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Gender differences in the acquisition of self-control over time

Katherine A Johnson, University of Nebraska - Lincoln


Although over a decade of empirical evidence suggests a causal link between low self-control and crime, very little research has focused on the prediction of self-control or on how self-control changes over time. The current project centers on the empirical testing of A General Theory of Crime (GTC - Gottfredson and Hirschi 1990) and on modeling the developmental nature of the acquisition of self-control throughout childhood and adolescence while testing for gender differences. The GTC is argued to be a general theory, capable of explaining all crime among all people. As such, self-control should be acquired in similar ways and at similar rates among both males and females. Results of the current study have implications for the generality of the GTC as well as the use of gender-neutral theories in the etiology of criminal behavior. I follow 809 young people through five waves of data (from ages 4–6 to ages 12–14) using data from the National Longitudinal Survey of Youth - Child and Young Adult Data (NLSY79 - Child and YA). I examine the extent to which males and females differ in the magnitude and shape of their growth in self-control over time, as well as the between-person stability of self-control. In order to do so, I employ latent growth curve analysis with multiple groups in Mplus (Muthén and Muthén 2004). Results show that there is a curvilinear relationship between self-control and time for both males and females such that individuals initially acquire self-control over time, but subsequently lose self-control after levels peak in late childhood. There is between-person stability among males and not among females, although this difference is not statistically significant. No other substantively important gender differences arose. Results are largely supportive of the theory and indicate that males and females may be more similar than they are different in terms of their within and between person change in self-control over time. ^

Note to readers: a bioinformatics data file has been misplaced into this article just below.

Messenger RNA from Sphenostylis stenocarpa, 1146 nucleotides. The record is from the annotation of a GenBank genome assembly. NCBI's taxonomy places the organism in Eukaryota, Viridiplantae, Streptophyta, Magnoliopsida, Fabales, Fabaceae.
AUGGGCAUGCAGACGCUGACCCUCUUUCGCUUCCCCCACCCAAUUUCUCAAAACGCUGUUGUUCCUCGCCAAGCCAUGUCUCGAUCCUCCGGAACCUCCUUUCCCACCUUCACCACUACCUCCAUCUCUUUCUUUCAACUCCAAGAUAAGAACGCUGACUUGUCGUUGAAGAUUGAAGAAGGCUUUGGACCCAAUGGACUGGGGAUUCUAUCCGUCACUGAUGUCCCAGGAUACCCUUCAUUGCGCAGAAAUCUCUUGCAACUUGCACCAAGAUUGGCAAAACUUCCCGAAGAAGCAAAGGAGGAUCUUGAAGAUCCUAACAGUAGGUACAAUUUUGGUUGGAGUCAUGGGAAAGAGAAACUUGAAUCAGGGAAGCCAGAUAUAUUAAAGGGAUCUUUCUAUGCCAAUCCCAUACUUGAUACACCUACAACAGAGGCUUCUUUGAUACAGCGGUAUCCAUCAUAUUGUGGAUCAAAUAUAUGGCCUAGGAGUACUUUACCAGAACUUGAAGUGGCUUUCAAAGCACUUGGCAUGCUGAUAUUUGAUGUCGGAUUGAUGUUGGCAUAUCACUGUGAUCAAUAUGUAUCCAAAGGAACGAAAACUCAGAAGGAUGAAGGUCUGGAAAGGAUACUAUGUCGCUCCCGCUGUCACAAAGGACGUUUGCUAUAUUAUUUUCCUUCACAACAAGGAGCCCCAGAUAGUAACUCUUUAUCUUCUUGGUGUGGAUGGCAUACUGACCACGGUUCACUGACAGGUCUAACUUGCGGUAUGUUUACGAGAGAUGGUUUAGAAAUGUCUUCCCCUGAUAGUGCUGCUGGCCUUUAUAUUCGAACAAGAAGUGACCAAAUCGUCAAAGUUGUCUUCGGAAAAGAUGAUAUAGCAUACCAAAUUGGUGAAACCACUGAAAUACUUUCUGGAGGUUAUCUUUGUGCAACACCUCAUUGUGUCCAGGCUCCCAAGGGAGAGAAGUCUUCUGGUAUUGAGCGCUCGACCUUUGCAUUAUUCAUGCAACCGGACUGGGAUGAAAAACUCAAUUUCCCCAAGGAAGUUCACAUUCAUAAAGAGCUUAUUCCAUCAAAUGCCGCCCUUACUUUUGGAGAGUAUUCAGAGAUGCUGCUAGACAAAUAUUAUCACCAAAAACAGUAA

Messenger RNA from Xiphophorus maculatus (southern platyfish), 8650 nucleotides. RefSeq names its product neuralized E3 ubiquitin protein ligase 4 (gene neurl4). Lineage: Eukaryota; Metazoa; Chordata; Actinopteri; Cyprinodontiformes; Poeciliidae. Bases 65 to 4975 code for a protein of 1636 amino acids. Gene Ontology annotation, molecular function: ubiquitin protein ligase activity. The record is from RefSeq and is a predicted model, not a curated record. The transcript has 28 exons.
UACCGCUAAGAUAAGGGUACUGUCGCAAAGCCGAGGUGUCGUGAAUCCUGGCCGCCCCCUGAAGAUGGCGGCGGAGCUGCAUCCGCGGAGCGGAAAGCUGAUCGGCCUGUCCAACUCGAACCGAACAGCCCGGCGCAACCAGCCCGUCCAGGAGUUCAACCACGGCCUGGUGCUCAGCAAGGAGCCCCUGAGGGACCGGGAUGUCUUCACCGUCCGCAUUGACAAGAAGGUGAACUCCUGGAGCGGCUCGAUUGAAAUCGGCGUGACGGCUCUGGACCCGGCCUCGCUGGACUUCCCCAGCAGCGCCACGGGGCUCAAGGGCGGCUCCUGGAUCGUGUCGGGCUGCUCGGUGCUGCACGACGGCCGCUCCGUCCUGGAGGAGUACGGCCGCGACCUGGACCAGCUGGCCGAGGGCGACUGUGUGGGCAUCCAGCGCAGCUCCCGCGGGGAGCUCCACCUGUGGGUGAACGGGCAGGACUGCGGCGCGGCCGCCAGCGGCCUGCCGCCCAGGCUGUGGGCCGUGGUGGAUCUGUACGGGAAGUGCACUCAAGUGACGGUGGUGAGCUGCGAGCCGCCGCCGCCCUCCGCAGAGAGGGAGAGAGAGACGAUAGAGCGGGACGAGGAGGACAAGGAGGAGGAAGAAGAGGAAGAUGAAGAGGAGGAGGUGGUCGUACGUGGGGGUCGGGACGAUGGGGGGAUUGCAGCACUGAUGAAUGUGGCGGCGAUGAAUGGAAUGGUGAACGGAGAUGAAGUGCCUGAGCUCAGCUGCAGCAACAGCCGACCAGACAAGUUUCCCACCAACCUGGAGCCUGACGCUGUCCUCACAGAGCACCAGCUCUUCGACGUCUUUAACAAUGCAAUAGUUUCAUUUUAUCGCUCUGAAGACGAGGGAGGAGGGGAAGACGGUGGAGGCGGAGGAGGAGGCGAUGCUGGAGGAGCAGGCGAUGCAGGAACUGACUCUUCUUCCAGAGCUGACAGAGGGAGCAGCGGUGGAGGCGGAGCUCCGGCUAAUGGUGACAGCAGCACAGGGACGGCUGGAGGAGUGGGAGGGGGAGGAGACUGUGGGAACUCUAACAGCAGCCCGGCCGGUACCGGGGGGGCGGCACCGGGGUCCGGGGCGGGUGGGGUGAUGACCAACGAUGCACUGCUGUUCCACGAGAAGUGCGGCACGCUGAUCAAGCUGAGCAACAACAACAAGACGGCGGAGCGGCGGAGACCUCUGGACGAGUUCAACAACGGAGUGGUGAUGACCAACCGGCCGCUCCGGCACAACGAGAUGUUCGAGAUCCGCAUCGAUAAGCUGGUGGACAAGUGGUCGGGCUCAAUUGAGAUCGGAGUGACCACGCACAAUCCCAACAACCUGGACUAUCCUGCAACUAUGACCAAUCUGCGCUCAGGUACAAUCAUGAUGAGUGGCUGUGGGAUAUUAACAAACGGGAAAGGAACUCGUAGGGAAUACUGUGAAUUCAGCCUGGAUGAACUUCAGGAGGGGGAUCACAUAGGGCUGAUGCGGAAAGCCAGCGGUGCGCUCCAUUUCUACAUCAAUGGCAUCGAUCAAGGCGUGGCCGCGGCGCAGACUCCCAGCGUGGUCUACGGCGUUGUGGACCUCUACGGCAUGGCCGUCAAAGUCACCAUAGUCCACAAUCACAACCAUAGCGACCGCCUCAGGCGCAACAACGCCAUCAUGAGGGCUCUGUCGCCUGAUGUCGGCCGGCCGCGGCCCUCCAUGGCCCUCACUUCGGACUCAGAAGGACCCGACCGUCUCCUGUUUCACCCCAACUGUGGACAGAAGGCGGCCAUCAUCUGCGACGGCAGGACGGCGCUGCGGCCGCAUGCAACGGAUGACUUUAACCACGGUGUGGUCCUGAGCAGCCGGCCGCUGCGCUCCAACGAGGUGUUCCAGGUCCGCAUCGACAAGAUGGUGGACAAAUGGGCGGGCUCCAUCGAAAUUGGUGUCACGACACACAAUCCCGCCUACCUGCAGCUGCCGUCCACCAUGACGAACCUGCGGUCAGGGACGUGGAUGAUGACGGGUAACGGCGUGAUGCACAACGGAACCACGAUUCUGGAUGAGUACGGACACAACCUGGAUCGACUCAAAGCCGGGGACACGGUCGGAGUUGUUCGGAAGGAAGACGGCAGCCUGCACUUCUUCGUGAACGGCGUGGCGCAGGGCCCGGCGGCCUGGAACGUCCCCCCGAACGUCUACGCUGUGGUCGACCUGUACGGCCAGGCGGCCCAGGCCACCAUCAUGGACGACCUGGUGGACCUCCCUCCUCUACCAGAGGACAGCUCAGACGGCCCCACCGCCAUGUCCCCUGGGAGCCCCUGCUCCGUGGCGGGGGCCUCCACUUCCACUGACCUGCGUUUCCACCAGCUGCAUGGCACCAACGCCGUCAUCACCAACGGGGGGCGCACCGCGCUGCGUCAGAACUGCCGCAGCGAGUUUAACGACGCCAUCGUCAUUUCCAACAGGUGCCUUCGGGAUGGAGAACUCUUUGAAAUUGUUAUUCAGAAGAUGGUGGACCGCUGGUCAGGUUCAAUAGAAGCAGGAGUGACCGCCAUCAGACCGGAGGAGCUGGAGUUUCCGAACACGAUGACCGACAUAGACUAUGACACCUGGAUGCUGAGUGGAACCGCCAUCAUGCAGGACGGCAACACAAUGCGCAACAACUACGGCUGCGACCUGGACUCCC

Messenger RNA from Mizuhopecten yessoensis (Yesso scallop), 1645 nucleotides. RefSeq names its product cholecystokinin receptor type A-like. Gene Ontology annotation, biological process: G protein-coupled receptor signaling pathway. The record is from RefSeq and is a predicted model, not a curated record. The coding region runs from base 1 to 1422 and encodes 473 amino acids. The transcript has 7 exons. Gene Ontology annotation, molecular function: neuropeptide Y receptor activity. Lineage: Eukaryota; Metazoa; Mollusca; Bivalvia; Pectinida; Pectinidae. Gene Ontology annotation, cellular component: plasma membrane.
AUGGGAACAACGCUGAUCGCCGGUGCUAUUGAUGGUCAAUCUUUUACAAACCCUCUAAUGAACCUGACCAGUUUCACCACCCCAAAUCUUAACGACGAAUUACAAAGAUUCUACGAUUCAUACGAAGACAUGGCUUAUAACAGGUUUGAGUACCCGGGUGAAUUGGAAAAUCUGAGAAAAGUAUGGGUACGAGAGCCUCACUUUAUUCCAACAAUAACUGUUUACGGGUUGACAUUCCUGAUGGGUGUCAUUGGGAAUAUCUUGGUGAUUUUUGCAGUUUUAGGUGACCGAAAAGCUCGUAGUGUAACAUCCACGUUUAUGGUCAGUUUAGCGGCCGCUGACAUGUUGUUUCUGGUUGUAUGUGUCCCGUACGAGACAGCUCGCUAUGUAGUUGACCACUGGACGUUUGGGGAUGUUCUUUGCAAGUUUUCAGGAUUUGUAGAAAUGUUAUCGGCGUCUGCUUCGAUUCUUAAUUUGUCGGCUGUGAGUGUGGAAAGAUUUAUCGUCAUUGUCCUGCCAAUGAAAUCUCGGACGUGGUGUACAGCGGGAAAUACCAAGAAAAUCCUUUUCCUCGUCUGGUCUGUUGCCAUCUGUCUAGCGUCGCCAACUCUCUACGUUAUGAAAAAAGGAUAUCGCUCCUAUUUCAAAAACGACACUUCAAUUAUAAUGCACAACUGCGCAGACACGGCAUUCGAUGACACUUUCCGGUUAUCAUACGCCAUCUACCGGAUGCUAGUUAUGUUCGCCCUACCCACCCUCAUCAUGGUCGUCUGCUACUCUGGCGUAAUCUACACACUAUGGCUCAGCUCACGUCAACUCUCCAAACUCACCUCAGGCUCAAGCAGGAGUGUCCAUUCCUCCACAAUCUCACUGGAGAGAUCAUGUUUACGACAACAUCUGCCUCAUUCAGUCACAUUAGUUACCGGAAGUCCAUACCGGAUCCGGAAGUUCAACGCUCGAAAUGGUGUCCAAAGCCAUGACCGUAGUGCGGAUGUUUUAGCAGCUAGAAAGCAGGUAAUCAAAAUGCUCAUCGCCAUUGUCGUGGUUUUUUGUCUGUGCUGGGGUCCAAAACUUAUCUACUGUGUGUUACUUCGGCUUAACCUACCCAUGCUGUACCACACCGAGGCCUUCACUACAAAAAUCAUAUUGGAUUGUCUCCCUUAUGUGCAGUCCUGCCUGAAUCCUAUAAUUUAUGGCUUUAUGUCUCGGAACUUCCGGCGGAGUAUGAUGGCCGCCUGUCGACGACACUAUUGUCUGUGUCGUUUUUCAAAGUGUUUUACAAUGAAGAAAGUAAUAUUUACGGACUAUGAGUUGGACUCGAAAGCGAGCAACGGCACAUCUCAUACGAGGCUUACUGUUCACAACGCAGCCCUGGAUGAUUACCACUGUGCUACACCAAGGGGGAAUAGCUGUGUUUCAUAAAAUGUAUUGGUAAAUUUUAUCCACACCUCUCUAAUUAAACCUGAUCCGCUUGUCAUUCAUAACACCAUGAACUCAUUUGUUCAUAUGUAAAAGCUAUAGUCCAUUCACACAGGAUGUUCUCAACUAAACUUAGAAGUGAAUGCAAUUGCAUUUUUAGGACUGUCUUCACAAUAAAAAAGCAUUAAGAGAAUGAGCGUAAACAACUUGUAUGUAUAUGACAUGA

Subject Area

Sociology, Theory and Methods|Psychology, Developmental|Sociology, Criminology and Penology

Recommended Citation

Johnson, Katherine A, "Gender differences in the acquisition of self-control over time" (2007). ETD collection for University of Nebraska - Lincoln. AAI3284308.